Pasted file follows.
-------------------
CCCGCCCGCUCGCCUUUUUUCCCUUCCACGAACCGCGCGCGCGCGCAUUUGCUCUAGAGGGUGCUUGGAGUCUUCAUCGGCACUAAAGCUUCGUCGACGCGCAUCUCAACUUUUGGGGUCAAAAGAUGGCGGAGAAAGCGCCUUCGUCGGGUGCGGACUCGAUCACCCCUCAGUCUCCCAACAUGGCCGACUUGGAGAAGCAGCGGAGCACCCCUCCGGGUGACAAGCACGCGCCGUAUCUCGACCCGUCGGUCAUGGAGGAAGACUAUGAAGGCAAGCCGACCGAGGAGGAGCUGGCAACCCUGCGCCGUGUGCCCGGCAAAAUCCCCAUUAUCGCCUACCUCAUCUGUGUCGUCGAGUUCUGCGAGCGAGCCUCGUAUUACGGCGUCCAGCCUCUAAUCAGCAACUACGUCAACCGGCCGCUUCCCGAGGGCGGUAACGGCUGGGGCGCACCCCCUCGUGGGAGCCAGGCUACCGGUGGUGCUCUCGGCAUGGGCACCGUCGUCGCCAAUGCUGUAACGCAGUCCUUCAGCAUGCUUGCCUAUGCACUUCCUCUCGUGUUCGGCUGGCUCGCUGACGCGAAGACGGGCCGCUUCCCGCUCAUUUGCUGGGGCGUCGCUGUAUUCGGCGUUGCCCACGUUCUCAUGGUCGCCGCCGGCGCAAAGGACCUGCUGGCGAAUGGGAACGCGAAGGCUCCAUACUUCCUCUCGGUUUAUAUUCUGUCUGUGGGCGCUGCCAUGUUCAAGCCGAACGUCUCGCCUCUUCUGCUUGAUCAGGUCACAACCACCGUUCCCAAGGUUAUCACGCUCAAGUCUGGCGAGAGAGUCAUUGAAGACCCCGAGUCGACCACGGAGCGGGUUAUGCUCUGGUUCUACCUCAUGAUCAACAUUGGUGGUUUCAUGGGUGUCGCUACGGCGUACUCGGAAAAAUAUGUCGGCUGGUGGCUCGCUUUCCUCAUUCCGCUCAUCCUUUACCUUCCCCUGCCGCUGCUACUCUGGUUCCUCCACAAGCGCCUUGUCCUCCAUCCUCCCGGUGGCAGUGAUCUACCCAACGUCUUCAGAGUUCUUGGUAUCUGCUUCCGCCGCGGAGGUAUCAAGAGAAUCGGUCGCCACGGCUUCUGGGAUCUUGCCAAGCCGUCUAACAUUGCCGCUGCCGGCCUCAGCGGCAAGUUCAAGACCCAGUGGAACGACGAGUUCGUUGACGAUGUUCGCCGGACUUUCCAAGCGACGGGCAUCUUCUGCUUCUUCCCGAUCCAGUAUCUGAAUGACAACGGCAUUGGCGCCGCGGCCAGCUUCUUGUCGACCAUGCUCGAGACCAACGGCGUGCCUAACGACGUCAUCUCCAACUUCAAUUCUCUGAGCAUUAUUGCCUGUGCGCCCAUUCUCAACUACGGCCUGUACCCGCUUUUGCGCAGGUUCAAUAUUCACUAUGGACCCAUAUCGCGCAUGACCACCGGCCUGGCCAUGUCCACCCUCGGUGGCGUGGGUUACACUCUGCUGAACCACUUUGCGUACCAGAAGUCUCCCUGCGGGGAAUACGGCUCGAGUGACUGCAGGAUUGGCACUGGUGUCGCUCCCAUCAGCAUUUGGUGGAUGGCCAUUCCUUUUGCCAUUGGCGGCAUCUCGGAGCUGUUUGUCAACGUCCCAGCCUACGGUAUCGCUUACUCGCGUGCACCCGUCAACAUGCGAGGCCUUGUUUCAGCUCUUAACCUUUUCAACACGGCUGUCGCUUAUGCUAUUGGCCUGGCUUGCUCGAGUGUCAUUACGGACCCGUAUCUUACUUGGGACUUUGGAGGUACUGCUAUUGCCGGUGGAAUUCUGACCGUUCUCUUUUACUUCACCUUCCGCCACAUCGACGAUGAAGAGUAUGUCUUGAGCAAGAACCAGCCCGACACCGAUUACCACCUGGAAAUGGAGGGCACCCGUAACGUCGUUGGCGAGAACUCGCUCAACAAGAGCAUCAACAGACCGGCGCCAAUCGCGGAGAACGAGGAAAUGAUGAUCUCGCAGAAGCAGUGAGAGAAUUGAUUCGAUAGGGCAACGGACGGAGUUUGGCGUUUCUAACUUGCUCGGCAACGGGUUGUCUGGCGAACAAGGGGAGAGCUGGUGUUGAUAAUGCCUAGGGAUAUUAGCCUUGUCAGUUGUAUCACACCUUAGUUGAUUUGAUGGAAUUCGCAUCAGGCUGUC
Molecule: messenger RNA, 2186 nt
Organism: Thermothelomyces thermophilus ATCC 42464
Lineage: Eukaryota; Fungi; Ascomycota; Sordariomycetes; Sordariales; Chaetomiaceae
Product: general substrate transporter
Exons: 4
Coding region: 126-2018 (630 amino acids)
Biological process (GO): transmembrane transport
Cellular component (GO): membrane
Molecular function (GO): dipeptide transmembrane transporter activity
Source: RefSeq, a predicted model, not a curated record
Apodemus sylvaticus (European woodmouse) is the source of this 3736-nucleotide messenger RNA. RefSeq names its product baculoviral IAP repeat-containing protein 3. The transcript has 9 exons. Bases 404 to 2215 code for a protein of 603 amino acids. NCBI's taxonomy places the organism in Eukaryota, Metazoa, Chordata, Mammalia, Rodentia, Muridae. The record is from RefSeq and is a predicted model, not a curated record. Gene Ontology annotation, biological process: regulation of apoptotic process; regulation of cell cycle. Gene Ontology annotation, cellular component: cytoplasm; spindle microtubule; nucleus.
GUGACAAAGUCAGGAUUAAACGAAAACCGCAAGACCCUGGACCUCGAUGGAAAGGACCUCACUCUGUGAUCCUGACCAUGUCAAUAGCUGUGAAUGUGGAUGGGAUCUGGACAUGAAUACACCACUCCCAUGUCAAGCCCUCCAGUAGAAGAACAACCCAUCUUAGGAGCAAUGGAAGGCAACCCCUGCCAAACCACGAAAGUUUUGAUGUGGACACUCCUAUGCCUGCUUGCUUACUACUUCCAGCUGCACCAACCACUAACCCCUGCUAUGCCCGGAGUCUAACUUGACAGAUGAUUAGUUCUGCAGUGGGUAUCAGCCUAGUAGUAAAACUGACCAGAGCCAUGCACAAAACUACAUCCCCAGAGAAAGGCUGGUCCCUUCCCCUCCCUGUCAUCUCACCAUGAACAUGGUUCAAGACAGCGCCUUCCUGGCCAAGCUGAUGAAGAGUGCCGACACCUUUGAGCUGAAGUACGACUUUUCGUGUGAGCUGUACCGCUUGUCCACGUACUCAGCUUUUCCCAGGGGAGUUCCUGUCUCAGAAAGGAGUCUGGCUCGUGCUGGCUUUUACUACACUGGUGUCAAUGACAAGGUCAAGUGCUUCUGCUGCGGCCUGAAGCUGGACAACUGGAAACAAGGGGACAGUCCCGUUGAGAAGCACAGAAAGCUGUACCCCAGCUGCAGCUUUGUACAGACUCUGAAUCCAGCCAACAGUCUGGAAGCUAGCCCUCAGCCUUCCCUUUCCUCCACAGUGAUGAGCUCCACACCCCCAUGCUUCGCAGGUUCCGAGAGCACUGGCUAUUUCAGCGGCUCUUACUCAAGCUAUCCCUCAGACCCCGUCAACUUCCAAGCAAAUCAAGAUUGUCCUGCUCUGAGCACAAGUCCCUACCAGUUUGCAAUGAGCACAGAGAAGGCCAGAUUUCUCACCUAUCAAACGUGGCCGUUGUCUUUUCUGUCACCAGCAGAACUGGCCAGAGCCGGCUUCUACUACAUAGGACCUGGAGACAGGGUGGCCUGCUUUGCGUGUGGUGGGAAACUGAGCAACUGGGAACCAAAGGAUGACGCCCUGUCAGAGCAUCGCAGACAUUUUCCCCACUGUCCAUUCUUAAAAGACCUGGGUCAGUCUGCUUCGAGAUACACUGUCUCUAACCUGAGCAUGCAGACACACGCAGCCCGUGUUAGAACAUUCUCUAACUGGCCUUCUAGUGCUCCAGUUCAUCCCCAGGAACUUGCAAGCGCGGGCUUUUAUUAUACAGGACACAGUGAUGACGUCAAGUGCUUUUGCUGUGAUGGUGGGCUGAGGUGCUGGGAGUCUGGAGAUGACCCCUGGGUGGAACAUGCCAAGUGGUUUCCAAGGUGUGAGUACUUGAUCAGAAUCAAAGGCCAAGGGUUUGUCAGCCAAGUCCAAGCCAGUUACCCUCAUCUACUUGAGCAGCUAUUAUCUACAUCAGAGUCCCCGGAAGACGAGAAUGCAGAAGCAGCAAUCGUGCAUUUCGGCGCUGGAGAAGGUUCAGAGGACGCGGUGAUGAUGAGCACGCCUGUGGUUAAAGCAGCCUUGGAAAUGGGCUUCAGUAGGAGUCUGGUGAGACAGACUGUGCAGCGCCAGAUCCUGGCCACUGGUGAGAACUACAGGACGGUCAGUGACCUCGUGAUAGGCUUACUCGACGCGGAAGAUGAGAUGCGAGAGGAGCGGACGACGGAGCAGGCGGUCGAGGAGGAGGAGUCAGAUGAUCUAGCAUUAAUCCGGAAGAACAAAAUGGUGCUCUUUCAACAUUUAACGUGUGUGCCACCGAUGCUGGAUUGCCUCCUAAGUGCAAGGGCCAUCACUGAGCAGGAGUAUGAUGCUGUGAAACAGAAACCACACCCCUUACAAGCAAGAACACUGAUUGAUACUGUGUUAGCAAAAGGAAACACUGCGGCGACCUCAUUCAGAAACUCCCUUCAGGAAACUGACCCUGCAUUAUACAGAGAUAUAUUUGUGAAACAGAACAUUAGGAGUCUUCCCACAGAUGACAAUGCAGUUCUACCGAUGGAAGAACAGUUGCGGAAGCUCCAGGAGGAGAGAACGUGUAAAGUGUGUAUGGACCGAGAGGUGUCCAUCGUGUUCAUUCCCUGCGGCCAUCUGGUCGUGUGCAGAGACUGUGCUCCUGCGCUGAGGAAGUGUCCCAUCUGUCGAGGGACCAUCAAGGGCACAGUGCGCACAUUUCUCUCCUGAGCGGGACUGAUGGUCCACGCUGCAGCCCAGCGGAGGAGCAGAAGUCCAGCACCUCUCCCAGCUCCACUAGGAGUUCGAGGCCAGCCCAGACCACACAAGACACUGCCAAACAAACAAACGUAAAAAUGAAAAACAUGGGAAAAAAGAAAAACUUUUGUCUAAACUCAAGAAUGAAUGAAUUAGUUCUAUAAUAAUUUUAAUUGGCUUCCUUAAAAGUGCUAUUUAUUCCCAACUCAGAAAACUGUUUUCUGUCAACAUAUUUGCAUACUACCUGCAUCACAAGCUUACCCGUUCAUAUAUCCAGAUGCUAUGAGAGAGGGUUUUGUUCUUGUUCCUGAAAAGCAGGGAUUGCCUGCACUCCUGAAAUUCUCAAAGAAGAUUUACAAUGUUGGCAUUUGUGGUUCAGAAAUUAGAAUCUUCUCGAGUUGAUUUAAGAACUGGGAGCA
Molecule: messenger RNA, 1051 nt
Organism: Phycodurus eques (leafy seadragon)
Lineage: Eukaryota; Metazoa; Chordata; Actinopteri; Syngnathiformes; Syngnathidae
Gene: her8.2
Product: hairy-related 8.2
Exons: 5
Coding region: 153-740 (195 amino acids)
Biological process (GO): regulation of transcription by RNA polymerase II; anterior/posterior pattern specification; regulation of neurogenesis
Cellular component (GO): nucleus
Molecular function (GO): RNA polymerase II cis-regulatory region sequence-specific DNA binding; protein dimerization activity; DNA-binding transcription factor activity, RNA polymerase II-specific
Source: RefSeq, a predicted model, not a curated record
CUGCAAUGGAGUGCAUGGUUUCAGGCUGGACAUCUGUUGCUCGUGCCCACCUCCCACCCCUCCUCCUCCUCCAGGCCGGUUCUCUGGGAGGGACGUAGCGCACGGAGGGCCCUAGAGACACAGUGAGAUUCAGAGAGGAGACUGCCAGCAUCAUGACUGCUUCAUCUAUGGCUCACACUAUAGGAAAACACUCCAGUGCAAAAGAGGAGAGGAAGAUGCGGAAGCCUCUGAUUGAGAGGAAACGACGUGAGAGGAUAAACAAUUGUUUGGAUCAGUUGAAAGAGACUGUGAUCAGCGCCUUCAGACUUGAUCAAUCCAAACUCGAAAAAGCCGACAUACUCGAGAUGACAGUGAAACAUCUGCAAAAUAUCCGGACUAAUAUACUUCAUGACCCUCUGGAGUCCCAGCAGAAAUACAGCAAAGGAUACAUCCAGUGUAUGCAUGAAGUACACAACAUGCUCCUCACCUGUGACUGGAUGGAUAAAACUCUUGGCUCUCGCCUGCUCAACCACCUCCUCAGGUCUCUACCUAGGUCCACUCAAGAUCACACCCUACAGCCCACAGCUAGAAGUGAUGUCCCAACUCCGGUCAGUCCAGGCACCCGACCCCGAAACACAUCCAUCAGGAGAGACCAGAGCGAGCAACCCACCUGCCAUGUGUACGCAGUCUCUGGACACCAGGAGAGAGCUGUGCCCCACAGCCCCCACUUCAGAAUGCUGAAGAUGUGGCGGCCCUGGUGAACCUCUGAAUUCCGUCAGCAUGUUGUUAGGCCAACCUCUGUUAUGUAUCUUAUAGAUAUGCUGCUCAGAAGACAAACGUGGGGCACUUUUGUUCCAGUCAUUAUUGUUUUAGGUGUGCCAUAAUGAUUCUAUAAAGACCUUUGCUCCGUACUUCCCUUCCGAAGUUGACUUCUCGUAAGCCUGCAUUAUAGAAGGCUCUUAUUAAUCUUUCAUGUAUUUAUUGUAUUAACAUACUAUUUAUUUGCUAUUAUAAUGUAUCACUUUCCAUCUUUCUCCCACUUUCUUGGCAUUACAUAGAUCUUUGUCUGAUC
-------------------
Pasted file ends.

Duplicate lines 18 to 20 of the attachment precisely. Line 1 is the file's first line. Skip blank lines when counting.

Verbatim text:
Product: hairy-related 8.2
Exons: 5
Coding region: 153-740 (195 amino acids)